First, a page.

Becoming Vietnamese-Canadian: The story of the Vietnamese Boat People in Hamilton

Author: 
Dam, H.
Subject: 
Vietnamese
Affiliation: 
McMaster University
Publication Date: 
2009
Full Text URL: 
https://macsphere.mcmaster.ca/bitstream/11375/9235/1/fulltext.pdf
More Info URL: 
http://hdl.handle.net/11375/9235
Abstract: 
The story of the Vietnamese Boat People in Hamilton is one that began in the late 1970s during the 'Boat People Crisis'. This led to the mass exodus and acceptance of thousands of refugees into Canada. The story of the refugees in Hamilton is about their journey from a home and their journey to a find home. There is a lack of knowledge in the current literature that explores the experience of refugees that emphasizes the nature of embeddedness, belonging, and identity through time in place. Previous studies on the refugee experience have primarily focused on the initial effect of displacement, relocation, and/or settlement. The purpose of this study is to contextualize the history and experience of the local Vietnamese refugees in Hamilton in order to understand their sense of belonging in Canada. Moreover, the objective of this research is to employ 'sense of place' as a theoretical lens in order to understand the meaning of home and self through time from the experience and perspectives of a refugee. Placing the study in Hamilton is critical because Hamilton has been identified as a significant city for 'secondary' settlement of refugees and immigrants alike. The approach taken for this study employed both case study and the philosophical hermeneutic sub-approach in order to frame the research question and apply a method of analyzing and interpreting data. The research findings allude to the significance and imperativeness of using multiple perspectives in order to understand a multi-faceted lived experience in comprehending the meanings of home and identity for the Vietnamese Boat People in Hamilton.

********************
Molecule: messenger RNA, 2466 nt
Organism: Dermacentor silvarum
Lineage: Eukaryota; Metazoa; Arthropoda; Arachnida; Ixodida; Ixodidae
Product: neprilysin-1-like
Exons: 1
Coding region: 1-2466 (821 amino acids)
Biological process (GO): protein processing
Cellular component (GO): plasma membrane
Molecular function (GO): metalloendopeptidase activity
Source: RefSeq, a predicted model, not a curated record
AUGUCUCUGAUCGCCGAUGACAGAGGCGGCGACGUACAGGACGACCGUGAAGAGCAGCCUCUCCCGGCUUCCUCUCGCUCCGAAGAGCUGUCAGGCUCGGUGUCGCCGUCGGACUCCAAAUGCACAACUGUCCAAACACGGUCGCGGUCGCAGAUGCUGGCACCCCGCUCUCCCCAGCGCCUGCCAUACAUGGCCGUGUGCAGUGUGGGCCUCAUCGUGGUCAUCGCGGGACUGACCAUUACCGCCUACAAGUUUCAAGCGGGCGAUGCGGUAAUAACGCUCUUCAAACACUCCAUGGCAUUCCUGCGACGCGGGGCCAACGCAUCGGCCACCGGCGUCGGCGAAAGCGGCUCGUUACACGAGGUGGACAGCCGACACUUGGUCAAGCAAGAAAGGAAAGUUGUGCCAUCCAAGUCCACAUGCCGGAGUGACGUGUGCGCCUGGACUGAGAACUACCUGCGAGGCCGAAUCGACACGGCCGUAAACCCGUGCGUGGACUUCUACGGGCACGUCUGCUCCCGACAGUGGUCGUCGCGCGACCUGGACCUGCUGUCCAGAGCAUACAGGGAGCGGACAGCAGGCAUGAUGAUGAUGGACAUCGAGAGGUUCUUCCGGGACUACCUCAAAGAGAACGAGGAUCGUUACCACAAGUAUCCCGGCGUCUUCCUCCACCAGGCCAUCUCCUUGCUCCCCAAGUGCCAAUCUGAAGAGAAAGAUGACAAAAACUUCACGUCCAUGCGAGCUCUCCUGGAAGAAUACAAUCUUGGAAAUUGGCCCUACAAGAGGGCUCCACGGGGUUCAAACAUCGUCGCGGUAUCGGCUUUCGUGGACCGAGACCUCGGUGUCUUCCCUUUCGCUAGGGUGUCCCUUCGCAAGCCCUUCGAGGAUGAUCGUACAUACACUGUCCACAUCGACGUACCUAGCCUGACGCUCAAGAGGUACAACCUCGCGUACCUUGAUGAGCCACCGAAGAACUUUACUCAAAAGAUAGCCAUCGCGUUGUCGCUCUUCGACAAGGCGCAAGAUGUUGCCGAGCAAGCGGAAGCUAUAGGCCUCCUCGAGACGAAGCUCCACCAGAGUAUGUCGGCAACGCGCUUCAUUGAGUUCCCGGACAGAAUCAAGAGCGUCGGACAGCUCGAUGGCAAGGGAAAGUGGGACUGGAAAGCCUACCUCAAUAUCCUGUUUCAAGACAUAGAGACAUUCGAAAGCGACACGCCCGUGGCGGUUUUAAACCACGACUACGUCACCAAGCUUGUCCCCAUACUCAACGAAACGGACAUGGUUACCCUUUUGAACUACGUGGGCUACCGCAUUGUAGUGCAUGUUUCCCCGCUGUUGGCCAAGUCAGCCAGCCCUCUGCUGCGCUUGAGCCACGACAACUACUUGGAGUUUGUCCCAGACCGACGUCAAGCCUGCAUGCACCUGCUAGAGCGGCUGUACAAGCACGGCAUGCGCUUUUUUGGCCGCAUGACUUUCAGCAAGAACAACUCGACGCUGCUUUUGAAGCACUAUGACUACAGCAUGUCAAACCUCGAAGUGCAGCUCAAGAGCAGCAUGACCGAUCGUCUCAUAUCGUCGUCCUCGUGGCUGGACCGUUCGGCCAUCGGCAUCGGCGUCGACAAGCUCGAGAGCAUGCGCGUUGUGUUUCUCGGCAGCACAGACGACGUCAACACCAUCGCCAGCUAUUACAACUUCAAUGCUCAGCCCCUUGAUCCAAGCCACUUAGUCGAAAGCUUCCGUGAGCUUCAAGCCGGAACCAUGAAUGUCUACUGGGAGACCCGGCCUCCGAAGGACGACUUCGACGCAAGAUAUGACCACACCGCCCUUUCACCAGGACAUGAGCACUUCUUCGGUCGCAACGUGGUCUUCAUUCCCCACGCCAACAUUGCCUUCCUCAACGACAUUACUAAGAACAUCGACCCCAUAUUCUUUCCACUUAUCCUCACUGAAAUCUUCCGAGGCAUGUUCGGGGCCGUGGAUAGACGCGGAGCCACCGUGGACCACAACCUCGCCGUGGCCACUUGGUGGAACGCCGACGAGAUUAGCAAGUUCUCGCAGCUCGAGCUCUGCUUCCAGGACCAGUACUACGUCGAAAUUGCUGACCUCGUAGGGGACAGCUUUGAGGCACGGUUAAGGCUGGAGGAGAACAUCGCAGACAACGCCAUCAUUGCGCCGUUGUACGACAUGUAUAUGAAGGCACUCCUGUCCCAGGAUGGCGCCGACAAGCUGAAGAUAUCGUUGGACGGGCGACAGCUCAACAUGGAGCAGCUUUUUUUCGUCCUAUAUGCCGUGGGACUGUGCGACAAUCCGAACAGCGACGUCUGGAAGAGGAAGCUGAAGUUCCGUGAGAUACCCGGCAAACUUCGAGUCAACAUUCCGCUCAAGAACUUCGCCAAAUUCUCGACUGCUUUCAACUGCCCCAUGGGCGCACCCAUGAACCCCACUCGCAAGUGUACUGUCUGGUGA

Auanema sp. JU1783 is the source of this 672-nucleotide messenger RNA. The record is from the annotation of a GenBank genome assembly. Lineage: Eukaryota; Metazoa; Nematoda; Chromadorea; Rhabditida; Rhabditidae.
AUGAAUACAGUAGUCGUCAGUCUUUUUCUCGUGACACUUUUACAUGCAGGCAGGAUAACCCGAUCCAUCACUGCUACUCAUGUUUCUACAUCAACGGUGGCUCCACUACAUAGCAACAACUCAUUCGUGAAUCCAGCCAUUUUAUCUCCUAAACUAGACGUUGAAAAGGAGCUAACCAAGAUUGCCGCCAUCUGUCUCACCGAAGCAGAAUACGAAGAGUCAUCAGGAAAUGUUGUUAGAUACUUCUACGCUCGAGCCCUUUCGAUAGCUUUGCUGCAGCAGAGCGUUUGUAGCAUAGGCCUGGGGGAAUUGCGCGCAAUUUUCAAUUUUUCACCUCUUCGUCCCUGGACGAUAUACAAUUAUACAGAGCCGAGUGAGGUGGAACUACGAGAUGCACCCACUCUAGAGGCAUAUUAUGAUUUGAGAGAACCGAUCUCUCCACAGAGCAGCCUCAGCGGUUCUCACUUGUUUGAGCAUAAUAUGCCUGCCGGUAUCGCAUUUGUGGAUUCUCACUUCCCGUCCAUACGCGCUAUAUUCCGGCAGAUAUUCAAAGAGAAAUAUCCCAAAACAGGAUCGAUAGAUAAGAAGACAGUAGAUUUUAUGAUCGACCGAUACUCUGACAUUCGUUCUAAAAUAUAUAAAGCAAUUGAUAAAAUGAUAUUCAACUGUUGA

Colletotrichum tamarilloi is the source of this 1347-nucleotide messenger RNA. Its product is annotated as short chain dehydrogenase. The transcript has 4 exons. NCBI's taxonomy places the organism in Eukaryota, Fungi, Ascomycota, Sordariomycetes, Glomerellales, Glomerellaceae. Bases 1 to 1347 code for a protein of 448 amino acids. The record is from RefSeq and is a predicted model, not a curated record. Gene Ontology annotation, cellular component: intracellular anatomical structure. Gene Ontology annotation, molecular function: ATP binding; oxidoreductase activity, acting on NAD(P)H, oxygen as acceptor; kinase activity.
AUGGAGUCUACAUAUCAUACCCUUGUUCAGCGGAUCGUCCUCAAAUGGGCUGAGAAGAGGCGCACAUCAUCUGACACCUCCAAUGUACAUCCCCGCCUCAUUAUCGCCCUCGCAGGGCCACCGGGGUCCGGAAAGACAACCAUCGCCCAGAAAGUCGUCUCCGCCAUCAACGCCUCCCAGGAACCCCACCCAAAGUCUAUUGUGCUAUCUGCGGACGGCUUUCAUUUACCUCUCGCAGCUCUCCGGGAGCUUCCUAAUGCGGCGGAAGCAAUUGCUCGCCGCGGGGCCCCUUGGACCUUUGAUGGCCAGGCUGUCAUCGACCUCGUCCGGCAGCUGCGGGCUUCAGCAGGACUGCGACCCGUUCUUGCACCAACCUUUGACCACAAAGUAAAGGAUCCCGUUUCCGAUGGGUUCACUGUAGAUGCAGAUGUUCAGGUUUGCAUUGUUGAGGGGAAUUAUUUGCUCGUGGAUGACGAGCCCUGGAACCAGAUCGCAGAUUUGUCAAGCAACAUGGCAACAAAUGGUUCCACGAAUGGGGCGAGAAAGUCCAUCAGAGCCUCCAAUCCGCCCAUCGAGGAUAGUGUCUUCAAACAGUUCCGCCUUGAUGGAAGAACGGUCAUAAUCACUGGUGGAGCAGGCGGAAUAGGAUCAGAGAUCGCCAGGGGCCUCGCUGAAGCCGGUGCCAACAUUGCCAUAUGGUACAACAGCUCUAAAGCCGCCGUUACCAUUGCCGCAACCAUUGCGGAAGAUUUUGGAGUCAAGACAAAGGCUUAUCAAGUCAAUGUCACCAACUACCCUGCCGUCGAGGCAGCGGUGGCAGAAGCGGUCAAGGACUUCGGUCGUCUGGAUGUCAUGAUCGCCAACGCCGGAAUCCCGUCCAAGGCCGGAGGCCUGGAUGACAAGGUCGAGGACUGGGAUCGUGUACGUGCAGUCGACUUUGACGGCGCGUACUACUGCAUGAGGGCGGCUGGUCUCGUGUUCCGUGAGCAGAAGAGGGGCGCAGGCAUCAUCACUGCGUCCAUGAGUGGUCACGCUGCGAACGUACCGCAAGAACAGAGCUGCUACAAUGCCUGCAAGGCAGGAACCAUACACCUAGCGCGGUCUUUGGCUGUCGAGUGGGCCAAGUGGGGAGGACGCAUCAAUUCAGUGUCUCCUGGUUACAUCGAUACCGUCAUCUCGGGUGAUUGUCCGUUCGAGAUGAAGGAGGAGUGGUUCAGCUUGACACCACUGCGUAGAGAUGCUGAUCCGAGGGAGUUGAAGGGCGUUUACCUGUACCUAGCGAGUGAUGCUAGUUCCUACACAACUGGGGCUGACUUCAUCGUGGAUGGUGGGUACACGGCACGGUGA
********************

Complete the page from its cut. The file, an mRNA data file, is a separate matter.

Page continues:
Citation: 
Dam, H. (2009). Becoming Vietnamese-Canadian: The story of the Vietnamese Boat People in Hamilton
Type: 
Graduate Thesis - PhD
2018-05-25 07:06